Rio Tuba Nickel Mining (RTN) is the first in the mining industry to use the bioreactor technology of the Department of Science and Technology (DOST) that converts biodegradable wastes into organic fertilizers and soil conditioners.
RTN, a subsidiary of Nickel Asia Corp. (NAC), has adopted this innovative soil conditioning technology through DOST’s technology transfer program, which was developed to promote efficient solid waste management practices in the communities.
According to Wilbern Blitz Paeste, Mining Technology and Geosciences Specialist at RTN, the key in using the bioreactor is to arrive at the right mix of biodegradable household wastes (dry waste, wet waste, and animal manure, including backyard wastes such as leaves) to increase the nitrogen, phosphorus, potassium and carbon content necessary to reach the “soil fertilizer” status of the compost.
The bigger challenge, however, and probably the most important component, is to get the residents of the mining communities to participate in the upcycling program so enough household wastes are collected. This requires segregation.
This breakthrough in the production of soil conditioner using household wastes is a game changer in the mining industry where tons of fertilizers are needed to help improve the soil condition in the mined-out areas.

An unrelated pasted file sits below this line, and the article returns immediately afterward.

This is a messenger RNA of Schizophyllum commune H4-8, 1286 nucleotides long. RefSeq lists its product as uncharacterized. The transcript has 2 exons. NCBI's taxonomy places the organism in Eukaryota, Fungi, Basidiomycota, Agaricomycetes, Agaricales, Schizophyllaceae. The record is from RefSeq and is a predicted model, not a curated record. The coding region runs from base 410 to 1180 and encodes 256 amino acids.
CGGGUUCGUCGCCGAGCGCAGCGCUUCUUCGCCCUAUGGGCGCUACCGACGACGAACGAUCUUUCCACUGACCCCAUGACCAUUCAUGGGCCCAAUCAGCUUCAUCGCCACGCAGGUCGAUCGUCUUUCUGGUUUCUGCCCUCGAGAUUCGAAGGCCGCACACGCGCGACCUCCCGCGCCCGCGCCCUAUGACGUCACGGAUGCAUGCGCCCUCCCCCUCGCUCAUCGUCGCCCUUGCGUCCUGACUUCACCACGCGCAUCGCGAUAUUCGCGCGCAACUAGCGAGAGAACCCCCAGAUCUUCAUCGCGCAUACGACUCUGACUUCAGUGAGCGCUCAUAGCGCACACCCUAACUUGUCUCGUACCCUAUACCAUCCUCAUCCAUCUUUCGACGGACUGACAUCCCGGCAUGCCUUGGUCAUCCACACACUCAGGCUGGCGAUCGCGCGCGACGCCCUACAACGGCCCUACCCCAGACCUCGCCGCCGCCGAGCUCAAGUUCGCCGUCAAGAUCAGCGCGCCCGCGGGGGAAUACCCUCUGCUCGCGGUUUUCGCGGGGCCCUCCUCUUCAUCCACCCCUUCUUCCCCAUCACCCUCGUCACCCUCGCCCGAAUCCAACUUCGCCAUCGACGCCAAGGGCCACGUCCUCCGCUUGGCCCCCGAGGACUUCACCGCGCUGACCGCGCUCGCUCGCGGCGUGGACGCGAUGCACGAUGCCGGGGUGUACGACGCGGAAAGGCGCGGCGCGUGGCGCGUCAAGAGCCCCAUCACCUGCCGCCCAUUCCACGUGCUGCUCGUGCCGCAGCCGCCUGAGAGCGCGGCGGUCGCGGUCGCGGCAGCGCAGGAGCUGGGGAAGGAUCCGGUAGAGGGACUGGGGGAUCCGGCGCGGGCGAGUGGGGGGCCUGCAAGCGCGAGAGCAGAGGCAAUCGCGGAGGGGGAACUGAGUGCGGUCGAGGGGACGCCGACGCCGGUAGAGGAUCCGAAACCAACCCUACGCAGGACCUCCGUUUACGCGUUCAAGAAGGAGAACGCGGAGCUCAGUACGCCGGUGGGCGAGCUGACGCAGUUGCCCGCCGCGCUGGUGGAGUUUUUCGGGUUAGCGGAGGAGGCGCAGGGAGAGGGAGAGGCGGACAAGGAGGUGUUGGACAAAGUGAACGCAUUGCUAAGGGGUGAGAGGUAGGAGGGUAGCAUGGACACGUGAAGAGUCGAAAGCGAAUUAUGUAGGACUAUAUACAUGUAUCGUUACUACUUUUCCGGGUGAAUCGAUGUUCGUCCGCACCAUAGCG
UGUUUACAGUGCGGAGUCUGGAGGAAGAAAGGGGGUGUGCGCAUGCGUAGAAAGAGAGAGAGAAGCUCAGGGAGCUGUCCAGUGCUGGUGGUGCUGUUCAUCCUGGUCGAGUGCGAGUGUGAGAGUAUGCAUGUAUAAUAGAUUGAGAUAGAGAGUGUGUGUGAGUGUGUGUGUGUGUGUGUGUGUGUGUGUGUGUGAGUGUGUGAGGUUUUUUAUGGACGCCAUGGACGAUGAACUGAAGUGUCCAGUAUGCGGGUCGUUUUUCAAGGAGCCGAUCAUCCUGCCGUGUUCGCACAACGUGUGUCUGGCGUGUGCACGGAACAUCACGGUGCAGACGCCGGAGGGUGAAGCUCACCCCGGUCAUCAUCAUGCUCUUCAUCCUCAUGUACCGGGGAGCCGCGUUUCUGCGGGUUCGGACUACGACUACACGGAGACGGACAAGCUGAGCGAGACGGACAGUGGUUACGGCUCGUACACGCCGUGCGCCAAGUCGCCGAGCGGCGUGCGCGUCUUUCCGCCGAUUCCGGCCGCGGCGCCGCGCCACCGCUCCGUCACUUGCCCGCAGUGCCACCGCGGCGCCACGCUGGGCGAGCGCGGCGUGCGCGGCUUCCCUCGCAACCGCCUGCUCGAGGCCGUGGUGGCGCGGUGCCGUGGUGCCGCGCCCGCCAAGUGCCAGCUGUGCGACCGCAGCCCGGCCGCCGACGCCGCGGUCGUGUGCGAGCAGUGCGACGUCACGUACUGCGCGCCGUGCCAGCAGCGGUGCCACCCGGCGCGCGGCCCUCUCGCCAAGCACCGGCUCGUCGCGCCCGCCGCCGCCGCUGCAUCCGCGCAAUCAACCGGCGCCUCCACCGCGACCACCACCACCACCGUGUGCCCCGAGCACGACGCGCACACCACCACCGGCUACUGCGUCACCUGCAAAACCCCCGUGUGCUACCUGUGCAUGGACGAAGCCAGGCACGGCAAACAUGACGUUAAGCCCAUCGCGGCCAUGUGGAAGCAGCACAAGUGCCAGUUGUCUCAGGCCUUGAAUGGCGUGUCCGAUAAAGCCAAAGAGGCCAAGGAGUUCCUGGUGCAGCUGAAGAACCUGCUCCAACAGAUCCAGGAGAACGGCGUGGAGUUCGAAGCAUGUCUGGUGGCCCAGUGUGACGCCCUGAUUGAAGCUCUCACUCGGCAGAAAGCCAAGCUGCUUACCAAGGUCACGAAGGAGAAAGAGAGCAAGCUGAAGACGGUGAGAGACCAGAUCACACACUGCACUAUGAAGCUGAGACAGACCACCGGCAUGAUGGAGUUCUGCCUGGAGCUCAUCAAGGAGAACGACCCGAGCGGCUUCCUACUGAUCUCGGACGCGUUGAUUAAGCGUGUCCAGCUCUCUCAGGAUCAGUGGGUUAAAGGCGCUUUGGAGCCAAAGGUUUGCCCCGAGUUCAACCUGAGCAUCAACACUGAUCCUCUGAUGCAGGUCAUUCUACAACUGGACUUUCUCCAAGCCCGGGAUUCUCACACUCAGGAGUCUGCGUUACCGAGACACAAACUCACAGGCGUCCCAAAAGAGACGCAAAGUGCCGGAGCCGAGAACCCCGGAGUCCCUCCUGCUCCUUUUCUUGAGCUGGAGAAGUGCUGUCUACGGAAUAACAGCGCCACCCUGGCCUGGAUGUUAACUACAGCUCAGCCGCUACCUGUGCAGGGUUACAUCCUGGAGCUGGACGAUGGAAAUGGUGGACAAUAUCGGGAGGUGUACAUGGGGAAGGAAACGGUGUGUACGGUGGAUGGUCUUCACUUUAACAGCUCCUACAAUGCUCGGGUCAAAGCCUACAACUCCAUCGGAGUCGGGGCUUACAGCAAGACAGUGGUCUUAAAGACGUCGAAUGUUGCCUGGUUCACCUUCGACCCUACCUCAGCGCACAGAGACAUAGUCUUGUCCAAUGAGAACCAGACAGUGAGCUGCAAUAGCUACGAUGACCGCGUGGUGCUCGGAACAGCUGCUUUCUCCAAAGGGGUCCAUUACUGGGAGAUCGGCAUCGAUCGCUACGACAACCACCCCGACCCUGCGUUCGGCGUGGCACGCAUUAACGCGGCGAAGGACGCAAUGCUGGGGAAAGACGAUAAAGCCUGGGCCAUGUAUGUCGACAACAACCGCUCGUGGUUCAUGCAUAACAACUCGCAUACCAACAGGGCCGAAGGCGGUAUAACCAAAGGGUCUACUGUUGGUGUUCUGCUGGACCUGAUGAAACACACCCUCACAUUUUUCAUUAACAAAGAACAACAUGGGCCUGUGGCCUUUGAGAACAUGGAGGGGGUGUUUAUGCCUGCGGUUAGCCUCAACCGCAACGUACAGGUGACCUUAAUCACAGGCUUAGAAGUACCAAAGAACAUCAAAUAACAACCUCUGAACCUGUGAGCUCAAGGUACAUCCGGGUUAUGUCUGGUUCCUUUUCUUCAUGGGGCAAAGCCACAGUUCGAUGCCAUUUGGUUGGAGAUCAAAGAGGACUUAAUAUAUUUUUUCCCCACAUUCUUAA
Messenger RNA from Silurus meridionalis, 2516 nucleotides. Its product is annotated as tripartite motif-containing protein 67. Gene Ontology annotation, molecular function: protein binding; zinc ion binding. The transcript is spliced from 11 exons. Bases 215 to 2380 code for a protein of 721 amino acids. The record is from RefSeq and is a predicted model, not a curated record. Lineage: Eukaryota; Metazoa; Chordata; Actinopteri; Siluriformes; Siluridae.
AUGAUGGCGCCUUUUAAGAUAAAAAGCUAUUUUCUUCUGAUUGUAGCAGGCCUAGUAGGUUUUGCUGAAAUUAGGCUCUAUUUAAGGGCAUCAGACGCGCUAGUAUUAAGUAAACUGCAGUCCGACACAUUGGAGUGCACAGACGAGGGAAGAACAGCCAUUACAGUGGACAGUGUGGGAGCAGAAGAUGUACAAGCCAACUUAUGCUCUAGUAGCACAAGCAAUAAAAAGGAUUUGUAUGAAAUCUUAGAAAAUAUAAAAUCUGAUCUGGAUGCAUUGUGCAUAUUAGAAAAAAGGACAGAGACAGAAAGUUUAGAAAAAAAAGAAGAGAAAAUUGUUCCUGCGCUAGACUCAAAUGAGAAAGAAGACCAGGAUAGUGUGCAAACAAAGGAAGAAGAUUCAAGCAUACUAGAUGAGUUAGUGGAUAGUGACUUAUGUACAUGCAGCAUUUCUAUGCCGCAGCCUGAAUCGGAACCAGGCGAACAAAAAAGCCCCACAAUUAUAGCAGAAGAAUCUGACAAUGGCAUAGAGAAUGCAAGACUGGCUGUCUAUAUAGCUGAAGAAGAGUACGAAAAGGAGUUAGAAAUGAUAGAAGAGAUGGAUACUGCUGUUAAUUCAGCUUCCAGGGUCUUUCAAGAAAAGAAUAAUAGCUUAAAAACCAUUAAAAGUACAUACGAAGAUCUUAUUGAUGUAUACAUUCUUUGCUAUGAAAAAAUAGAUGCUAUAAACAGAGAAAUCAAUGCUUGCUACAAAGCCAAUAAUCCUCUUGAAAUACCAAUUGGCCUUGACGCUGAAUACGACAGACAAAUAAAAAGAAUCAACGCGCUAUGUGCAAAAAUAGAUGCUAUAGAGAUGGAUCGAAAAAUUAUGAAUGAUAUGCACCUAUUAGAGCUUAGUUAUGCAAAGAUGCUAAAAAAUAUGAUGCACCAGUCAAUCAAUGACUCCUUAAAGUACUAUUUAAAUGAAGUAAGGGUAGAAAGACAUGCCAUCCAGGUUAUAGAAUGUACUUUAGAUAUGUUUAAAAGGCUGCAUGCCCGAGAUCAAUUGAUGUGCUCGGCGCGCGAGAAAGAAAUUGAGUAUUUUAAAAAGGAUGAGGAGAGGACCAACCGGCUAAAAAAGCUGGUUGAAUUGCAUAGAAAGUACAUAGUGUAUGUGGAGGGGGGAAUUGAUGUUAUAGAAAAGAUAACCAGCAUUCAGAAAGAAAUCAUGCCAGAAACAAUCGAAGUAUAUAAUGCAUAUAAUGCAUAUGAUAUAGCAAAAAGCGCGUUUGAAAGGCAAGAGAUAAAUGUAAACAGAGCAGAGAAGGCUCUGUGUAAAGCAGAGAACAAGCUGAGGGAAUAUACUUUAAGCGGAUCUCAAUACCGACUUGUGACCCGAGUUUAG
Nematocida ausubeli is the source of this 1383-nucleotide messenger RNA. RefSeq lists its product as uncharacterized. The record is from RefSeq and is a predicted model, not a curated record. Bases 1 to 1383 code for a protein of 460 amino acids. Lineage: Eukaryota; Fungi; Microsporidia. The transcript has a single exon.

Lateritic soil in mining areas are relatively low in soil nutrients and unconducive for agriculture. The challenge of nutrient deficiency of lateritic topsoils can be addressed only with proper intervention in order for the mined-out areas to be ready for rehabilitation programs.
In Rio Tuba, 80 kilos of household wastes are collected per day with about 64 houses and select establishments initially participating in the program.
“Aside from using our own organic fertilizers in the mine’s rehabilitation programs, the goal is to be able to provide soil conditioners that the communities and our employees can use in their backyard gardening in exchange for household wastes, as result this will limit our dependence on expensive commercial fertilizers,” ends Paeste.